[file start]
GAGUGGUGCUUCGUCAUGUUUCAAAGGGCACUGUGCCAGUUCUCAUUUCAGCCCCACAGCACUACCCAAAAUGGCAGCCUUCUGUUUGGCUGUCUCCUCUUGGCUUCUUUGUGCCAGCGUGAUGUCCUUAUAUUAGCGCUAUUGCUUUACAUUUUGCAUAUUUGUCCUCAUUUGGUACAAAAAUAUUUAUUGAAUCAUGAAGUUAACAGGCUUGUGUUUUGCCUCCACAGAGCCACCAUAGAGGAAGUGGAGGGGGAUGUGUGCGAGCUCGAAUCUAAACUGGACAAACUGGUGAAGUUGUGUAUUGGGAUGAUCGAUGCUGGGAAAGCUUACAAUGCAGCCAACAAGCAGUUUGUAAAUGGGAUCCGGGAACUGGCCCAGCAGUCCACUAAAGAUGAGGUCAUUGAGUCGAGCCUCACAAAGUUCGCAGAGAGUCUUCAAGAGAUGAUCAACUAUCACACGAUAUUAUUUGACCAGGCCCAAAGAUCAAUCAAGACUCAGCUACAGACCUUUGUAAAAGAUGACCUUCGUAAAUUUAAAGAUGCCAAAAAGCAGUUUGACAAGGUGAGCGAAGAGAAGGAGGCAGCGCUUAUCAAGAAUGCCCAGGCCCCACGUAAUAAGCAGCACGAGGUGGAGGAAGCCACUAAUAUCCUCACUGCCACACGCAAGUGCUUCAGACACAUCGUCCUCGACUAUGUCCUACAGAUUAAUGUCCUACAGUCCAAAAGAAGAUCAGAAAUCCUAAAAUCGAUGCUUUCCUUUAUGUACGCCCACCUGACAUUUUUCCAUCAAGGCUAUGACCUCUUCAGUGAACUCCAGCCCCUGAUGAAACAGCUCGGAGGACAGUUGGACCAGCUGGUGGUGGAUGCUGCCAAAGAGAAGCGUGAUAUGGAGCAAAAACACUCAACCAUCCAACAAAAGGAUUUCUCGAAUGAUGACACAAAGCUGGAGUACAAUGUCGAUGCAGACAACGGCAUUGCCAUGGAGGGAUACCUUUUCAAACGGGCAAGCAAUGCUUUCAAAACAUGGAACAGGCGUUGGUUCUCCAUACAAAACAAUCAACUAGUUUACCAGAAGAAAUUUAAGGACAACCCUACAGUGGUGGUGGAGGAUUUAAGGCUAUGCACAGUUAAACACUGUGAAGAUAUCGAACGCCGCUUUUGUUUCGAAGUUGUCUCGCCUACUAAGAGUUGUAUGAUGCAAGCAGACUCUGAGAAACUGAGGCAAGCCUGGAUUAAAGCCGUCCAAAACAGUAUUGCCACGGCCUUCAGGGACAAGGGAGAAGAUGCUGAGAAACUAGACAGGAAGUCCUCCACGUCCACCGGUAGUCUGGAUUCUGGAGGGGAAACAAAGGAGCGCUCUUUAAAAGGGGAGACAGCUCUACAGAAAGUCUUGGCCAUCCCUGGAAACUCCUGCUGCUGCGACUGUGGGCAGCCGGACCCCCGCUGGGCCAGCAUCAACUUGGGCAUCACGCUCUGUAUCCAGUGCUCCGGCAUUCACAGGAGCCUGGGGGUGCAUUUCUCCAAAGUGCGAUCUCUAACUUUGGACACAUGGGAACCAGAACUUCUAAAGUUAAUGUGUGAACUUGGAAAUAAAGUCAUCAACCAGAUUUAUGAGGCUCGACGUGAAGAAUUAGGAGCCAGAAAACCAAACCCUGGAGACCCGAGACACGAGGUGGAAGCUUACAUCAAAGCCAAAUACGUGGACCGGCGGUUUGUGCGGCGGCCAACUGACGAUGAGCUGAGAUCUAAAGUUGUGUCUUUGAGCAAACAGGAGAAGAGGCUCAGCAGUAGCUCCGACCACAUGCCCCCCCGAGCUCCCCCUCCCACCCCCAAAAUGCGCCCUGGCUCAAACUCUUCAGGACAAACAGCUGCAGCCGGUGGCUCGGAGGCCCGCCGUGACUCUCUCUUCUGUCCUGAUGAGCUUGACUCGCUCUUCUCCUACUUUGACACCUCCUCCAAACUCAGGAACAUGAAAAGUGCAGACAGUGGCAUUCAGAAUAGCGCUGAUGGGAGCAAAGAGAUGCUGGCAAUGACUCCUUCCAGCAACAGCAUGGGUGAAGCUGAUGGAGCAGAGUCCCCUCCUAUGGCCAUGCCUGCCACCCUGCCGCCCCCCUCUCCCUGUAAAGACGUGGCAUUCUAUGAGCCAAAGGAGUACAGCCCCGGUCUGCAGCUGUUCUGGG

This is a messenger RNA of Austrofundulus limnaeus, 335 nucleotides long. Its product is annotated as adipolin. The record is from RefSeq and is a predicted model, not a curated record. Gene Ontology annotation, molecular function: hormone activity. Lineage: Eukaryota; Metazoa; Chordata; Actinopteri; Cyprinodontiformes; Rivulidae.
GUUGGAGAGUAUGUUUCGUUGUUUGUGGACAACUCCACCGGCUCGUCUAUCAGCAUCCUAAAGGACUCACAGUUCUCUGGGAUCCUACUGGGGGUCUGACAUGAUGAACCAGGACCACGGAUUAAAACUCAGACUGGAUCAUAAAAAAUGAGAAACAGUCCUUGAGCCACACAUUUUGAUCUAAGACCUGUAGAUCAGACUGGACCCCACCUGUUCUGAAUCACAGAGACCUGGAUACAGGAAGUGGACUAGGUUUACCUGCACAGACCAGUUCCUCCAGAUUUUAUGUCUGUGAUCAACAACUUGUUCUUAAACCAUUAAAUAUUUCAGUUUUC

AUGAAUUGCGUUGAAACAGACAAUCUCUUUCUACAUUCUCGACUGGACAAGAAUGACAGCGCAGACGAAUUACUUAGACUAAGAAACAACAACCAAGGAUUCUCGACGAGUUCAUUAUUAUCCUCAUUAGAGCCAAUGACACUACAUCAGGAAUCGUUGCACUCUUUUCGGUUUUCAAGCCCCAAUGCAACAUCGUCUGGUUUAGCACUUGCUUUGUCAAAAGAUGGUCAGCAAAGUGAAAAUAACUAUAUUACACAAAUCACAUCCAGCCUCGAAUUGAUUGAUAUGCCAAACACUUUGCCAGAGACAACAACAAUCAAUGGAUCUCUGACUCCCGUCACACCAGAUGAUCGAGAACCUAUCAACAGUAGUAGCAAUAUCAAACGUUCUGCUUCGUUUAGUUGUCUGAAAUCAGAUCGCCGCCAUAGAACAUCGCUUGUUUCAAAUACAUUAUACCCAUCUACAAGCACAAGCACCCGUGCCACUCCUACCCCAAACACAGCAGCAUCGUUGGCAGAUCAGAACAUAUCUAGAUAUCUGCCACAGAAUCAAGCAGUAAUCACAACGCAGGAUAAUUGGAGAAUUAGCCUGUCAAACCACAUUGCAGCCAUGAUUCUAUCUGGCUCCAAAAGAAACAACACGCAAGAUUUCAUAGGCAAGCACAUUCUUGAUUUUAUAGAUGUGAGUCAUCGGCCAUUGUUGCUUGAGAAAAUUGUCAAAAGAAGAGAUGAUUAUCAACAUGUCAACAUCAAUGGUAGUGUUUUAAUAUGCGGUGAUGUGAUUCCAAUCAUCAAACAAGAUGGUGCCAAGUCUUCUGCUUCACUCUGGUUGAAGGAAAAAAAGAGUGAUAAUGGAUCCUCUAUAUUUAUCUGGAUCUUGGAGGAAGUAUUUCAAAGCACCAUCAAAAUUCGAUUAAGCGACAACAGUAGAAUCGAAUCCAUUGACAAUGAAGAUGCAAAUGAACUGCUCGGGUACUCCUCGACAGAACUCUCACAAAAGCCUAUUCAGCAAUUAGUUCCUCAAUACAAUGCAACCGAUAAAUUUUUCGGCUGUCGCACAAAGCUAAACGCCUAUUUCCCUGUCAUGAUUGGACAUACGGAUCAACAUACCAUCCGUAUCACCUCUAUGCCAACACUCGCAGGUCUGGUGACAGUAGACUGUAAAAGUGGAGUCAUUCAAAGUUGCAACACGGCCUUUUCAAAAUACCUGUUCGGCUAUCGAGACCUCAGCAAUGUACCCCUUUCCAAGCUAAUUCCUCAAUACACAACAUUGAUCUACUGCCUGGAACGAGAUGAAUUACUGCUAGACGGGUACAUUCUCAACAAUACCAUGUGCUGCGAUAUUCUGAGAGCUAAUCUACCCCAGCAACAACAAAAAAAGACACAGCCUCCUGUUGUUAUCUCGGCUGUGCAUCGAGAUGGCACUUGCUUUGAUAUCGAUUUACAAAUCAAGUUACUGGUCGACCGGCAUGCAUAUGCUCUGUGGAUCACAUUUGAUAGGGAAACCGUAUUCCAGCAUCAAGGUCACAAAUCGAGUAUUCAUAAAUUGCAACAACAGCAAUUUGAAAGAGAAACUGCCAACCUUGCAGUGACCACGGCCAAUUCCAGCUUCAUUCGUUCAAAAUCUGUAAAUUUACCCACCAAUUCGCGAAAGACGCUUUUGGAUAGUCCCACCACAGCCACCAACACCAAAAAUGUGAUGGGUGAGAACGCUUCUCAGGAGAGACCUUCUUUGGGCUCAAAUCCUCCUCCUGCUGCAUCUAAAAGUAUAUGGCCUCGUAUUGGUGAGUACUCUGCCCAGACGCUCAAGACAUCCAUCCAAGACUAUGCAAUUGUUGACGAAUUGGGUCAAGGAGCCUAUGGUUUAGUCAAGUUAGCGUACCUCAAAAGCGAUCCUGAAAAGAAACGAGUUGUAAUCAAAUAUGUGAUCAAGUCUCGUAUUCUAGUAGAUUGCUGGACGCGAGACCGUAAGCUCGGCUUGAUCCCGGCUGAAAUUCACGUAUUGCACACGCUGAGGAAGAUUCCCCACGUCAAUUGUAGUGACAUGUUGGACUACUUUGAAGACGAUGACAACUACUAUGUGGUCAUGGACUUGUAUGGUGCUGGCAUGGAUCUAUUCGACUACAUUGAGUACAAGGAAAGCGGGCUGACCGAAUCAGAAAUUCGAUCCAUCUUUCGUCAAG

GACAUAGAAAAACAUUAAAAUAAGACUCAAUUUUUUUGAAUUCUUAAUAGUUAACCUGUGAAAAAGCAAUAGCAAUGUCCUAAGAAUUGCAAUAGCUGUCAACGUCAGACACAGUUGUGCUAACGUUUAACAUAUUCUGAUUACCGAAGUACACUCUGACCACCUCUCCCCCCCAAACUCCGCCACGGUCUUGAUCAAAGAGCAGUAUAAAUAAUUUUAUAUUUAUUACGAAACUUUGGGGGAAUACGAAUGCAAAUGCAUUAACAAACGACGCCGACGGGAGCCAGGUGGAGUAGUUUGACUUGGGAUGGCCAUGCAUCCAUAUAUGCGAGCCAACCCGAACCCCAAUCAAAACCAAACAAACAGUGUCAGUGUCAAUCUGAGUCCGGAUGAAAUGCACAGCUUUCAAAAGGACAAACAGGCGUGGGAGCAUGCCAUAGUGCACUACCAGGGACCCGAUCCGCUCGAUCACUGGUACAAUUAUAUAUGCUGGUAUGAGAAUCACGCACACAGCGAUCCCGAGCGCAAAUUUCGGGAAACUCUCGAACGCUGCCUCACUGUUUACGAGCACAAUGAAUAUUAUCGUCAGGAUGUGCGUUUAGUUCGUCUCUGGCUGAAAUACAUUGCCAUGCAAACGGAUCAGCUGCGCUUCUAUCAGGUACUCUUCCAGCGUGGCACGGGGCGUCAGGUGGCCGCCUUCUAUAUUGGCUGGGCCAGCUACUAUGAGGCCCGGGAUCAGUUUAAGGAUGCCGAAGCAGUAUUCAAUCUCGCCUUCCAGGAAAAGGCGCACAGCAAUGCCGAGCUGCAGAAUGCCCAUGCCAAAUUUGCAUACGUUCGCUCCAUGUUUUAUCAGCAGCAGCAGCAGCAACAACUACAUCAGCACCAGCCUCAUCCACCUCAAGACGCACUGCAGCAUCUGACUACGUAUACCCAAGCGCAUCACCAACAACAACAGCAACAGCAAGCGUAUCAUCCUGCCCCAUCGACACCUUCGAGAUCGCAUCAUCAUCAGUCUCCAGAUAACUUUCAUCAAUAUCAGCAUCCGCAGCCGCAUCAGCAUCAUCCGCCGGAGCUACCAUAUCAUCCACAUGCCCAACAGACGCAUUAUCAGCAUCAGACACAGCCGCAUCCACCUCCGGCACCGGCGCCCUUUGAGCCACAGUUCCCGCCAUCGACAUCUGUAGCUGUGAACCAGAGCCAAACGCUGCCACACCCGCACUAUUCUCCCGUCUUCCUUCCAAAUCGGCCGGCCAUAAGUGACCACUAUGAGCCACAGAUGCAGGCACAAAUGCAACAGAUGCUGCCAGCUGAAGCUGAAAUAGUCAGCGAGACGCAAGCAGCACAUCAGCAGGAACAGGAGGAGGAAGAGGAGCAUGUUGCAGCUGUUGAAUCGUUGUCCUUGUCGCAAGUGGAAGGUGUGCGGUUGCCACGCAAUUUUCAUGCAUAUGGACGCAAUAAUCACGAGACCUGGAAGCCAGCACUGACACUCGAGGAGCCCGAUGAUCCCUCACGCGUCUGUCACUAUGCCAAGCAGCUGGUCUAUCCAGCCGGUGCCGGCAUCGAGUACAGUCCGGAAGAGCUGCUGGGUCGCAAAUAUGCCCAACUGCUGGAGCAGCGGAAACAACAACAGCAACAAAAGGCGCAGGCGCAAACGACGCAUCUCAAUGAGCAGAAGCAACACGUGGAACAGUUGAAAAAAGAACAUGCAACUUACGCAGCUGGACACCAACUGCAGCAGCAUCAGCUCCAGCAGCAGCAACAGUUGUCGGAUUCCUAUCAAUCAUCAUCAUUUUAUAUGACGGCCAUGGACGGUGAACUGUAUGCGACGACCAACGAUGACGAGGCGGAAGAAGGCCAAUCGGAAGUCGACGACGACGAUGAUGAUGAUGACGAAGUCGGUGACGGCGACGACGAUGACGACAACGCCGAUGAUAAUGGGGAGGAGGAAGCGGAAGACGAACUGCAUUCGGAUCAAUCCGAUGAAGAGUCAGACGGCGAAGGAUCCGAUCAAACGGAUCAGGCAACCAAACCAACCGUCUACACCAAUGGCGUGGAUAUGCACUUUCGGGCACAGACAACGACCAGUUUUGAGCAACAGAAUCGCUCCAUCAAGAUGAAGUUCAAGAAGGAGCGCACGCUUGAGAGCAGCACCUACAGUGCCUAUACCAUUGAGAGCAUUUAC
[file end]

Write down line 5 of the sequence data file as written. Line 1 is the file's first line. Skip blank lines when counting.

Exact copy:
GACAUAGAAAAACAUUAAAAUAAGACUCAAUUUUUUUGAAUUCUUAAUAGUUAACCUGUGAAAAAGCAAUAGCAAUGUCCUAAGAAUUGCAAUAGCUGUCAACGUCAGACACAGUUGUGCUAACGUUUAACAUAUUCUGAUUACCGAAGUACACUCUGACCACCUCUCCCCCCCAAACUCCGCCACGGUCUUGAUCAAAGAGCAGUAUAAAUAAUUUUAUAUUUAUUACGAAACUUUGGGGGAAUACGAAUGCAAAUGCAUUAACAAACGACGCCGACGGGAGCCAGGUGGAGUAGUUUGACUUGGGAUGGCCAUGCAUCCAUAUAUGCGAGCCAACCCGAACCCCAAUCAAAACCAAACAAACAGUGUCAGUGUCAAUCUGAGUCCGGAUGAAAUGCACAGCUUUCAAAAGGACAAACAGGCGUGGGAGCAUGCCAUAGUGCACUACCAGGGACCCGAUCCGCUCGAUCACUGGUACAAUUAUAUAUGCUGGUAUGAGAAUCACGCACACAGCGAUCCCGAGCGCAAAUUUCGGGAAACUCUCGAACGCUGCCUCACUGUUUACGAGCACAAUGAAUAUUAUCGUCAGGAUGUGCGUUUAGUUCGUCUCUGGCUGAAAUACAUUGCCAUGCAAACGGAUCAGCUGCGCUUCUAUCAGGUACUCUUCCAGCGUGGCACGGGGCGUCAGGUGGCCGCCUUCUAUAUUGGCUGGGCCAGCUACUAUGAGGCCCGGGAUCAGUUUAAGGAUGCCGAAGCAGUAUUCAAUCUCGCCUUCCAGGAAAAGGCGCACAGCAAUGCCGAGCUGCAGAAUGCCCAUGCCAAAUUUGCAUACGUUCGCUCCAUGUUUUAUCAGCAGCAGCAGCAGCAACAACUACAUCAGCACCAGCCUCAUCCACCUCAAGACGCACUGCAGCAUCUGACUACGUAUACCCAAGCGCAUCACCAACAACAACAGCAACAGCAAGCGUAUCAUCCUGCCCCAUCGACACCUUCGAGAUCGCAUCAUCAUCAGUCUCCAGAUAACUUUCAUCAAUAUCAGCAUCCGCAGCCGCAUCAGCAUCAUCCGCCGGAGCUACCAUAUCAUCCACAUGCCCAACAGACGCAUUAUCAGCAUCAGACACAGCCGCAUCCACCUCCGGCACCGGCGCCCUUUGAGCCACAGUUCCCGCCAUCGACAUCUGUAGCUGUGAACCAGAGCCAAACGCUGCCACACCCGCACUAUUCUCCCGUCUUCCUUCCAAAUCGGCCGGCCAUAAGUGACCACUAUGAGCCACAGAUGCAGGCACAAAUGCAACAGAUGCUGCCAGCUGAAGCUGAAAUAGUCAGCGAGACGCAAGCAGCACAUCAGCAGGAACAGGAGGAGGAAGAGGAGCAUGUUGCAGCUGUUGAAUCGUUGUCCUUGUCGCAAGUGGAAGGUGUGCGGUUGCCACGCAAUUUUCAUGCAUAUGGACGCAAUAAUCACGAGACCUGGAAGCCAGCACUGACACUCGAGGAGCCCGAUGAUCCCUCACGCGUCUGUCACUAUGCCAAGCAGCUGGUCUAUCCAGCCGGUGCCGGCAUCGAGUACAGUCCGGAAGAGCUGCUGGGUCGCAAAUAUGCCCAACUGCUGGAGCAGCGGAAACAACAACAGCAACAAAAGGCGCAGGCGCAAACGACGCAUCUCAAUGAGCAGAAGCAACACGUGGAACAGUUGAAAAAAGAACAUGCAACUUACGCAGCUGGACACCAACUGCAGCAGCAUCAGCUCCAGCAGCAGCAACAGUUGUCGGAUUCCUAUCAAUCAUCAUCAUUUUAUAUGACGGCCAUGGACGGUGAACUGUAUGCGACGACCAACGAUGACGAGGCGGAAGAAGGCCAAUCGGAAGUCGACGACGACGAUGAUGAUGAUGACGAAGUCGGUGACGGCGACGACGAUGACGACAACGCCGAUGAUAAUGGGGAGGAGGAAGCGGAAGACGAACUGCAUUCGGAUCAAUCCGAUGAAGAGUCAGACGGCGAAGGAUCCGAUCAAACGGAUCAGGCAACCAAACCAACCGUCUACACCAAUGGCGUGGAUAUGCACUUUCGGGCACAGACAACGACCAGUUUUGAGCAACAGAAUCGCUCCAUCAAGAUGAAGUUCAAGAAGGAGCGCACGCUUGAGAGCAGCACCUACAGUGCCUAUACCAUUGAGAGCAUUUAC